Dr. Neder and the class discussed translating these findings into a more comprehensive PFT requisition form to prevent misinterpretation of PFTs. This would give more context to the respirologists to determine gauge normal limits and would remind other physicians of the various factors that affect the performance and results shown on a PFT. We also proposed a more streamlined PFT report that includes only the most necessary information for a treating physician such as FEV1/FVC, adjusted DLCO, and abnormal findings. Finally, recent investigations into how artificial intelligence (AI) can assist in pulmonary dysfunction diagnostics have shown promising evidence for the role of algorithms in this field (7,8). Still, there is no replacing human intuition by specialists like the presenter, but any improvement in the efficiency of diagnosing patients with these minimally invasive techniques is worth further inquiry.
During our discussion Dr. Neder took the time to answer each of our questions thoroughly, explaining the science while sprinkling in some of his wisdom along the way. He encouraged the maintenance of a curious mind when conducting research. He also emphasized how vital the role of a clinician-scientist is, in that both the patient-facing role and the concurrent research is necessary to ask relevant questions about patient healthcare. Further, he mentioned the importance of having good mentors throughout our careers. This linked back to our first discussion after Grand Rounds where we heard from Dr. Trier about improving medical education using a coaching mentality. It seems that Dr. Neder embodies the passion and patience Dr. Trier is aiming to cultivate in established physicians, suggesting that he would be an excellent coach for learners.
As many of us TMED students have limited backgrounds in respirology, Dr. Neder did an excellent job at creating an in-depth, interesting presentation about respirology’s every-day role in the hospital. I look forward to hearing from my colleagues about their thoughts on the presentation and the potential for innovations around PFTs.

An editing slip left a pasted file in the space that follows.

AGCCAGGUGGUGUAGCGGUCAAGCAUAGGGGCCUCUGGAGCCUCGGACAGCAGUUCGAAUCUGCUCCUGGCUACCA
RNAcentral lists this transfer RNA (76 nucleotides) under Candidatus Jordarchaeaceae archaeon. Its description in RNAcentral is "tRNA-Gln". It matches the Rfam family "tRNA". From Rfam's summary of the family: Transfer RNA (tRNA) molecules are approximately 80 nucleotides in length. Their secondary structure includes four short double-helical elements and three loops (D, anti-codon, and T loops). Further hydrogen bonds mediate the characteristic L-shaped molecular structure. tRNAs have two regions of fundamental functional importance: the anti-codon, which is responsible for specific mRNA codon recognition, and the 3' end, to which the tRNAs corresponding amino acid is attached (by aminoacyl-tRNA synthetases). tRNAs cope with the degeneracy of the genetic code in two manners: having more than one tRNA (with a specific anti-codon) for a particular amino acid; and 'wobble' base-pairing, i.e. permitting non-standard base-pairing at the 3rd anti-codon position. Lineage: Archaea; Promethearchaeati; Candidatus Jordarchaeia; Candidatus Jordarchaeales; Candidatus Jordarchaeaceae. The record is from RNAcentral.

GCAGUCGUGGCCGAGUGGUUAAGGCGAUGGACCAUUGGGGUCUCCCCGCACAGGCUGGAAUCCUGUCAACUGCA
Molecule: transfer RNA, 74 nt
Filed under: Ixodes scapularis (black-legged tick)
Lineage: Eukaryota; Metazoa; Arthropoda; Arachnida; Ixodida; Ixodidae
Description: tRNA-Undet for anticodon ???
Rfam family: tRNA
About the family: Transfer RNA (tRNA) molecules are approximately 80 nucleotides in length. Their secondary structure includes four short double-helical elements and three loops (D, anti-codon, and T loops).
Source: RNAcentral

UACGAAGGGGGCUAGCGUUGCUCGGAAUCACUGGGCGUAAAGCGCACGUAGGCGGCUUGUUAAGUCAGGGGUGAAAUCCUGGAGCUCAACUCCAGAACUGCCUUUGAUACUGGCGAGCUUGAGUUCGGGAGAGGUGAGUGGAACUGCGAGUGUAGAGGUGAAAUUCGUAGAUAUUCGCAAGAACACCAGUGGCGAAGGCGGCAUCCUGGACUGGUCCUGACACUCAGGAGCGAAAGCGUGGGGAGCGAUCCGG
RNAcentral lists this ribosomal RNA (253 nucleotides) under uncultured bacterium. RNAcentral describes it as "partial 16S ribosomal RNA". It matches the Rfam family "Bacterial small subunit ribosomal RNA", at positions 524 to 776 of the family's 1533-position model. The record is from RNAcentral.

- Ranu, H., Wilde, M., & Madden, B. (2011). Pulmonary function tests. The Ulster medical journal, 80(2), 84–90.
- Pierce R. (2005). Spirometry: an essential clinical measurement. Australian family physician, 34(7), 535–539.
- Hughes, J., & Dinh-Xuan, A. (2017). The DL NO /DL CO ratio: Physiological significance and clinical implications. Respiratory Physiology & Neurobiology, 241, 17-22. doi: 10.1016/j.resp.2017.01.002
- Culver, B., Graham, B., Coates, A., Wanger, J., Berry, C., & Clarke, P. et al. (2017). Recommendations for a Standardized Pulmonary Function Report. An Official American Thoracic Society Technical Statement. American Journal Of Respiratory And Critical Care Medicine, 196(11), 1463-1472. doi: 10.1164/rccm.201710-1981st
- Pellegrino, R. (2005). Interpretative strategies for lung function tests. European Respiratory Journal, 26(5), 948-968. doi: 10.1183/09031936.05.00035205
- Petersson, J., & Glenny, R. (2014). Gas exchange and ventilation–perfusion relationships in the lung. European Respiratory Journal, 44(4), 1023-1041. doi: 10.1183/09031936.00037014
- Topalovic, M., Laval, S., Aerts, J., Troosters, T., Decramer, M., & Janssens, W. (2017). Automated Interpretation of Pulmonary Function Tests in Adults with Respiratory Complaints. Respiration, 93(3), 170-178. doi: 10.1159/000454956
- Topalovic, M., Das, N., Burgel, P., Daenen, M., Derom, E., & Haenebalcke, C. et al. (2019). Artificial intelligence outperforms pulmonologists in the interpretation of pulmonary function tests. European Respiratory Journal, 53(4), 1801660. doi: 10.1183/13993003.01660-2018